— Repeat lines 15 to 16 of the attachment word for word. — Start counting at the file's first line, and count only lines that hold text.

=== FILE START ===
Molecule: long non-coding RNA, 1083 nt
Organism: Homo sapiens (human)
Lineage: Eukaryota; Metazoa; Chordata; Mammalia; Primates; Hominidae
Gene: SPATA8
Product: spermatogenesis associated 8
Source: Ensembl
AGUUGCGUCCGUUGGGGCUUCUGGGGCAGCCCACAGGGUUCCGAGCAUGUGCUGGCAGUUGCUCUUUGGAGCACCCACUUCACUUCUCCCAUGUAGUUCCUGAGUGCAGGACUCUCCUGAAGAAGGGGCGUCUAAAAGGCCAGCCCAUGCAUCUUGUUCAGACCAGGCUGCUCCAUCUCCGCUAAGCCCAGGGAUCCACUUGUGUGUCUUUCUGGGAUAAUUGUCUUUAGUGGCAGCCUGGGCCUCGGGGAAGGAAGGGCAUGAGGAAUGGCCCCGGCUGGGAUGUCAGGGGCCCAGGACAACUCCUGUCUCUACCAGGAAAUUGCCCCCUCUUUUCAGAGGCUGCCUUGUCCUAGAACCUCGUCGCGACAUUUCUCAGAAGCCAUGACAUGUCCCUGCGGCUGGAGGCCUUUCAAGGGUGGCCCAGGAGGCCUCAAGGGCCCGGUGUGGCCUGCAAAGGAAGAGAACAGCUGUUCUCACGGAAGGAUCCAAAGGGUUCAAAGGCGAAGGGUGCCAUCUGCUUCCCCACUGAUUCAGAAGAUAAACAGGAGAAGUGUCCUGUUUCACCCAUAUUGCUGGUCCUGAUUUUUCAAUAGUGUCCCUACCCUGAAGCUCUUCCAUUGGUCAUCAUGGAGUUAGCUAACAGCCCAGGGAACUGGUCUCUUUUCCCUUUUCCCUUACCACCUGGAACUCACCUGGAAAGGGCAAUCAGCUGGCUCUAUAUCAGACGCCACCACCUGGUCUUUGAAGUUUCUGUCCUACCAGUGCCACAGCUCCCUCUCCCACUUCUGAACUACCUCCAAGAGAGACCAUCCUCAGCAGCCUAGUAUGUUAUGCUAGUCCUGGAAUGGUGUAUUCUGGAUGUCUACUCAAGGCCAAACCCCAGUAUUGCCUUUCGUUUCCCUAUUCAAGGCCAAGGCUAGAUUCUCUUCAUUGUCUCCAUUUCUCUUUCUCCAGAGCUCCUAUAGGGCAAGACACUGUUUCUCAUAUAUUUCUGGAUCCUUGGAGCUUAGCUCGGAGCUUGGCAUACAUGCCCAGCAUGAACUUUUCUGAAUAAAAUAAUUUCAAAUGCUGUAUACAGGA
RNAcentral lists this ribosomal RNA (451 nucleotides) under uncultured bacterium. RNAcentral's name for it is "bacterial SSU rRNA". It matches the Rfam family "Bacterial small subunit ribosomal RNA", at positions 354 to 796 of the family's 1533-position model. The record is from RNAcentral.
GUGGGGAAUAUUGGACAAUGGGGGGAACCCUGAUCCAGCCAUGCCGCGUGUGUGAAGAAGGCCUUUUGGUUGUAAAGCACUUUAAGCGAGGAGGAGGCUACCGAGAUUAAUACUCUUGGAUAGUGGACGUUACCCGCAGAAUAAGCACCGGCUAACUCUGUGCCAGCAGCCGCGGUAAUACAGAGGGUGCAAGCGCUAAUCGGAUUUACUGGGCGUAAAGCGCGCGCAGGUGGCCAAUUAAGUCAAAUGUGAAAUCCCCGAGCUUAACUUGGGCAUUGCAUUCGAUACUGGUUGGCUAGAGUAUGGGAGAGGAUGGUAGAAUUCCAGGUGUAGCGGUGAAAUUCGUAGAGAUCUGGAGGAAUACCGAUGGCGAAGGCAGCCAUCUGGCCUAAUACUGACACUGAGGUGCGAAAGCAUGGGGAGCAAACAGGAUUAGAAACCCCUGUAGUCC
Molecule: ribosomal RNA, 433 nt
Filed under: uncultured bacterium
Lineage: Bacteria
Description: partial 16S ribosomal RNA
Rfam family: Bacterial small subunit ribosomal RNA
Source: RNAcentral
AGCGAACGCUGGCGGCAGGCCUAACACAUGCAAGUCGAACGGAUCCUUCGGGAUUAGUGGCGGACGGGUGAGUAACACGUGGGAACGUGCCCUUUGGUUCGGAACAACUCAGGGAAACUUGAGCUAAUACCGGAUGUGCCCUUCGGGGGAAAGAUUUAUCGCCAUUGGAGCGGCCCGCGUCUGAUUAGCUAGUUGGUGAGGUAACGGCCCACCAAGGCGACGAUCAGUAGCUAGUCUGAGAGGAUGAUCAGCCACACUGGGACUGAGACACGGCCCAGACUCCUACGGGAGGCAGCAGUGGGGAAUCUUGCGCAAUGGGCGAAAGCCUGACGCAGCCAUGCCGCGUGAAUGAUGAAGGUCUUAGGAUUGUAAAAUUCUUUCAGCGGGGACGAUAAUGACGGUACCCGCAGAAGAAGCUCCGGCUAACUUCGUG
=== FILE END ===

Source: RNAcentral
AGCGAACGCUGGCGGCAGGCCUAACACAUGCAAGUCGAACGGAUCCUUCGGGAUUAGUGGCGGACGGGUGAGUAACACGUGGGAACGUGCCCUUUGGUUCGGAACAACUCAGGGAAACUUGAGCUAAUACCGGAUGUGCCCUUCGGGGGAAAGAUUUAUCGCCAUUGGAGCGGCCCGCGUCUGAUUAGCUAGUUGGUGAGGUAACGGCCCACCAAGGCGACGAUCAGUAGCUAGUCUGAGAGGAUGAUCAGCCACACUGGGACUGAGACACGGCCCAGACUCCUACGGGAGGCAGCAGUGGGGAAUCUUGCGCAAUGGGCGAAAGCCUGACGCAGCCAUGCCGCGUGAAUGAUGAAGGUCUUAGGAUUGUAAAAUUCUUUCAGCGGGGACGAUAAUGACGGUACCCGCAGAAGAAGCUCCGGCUAACUUCGUG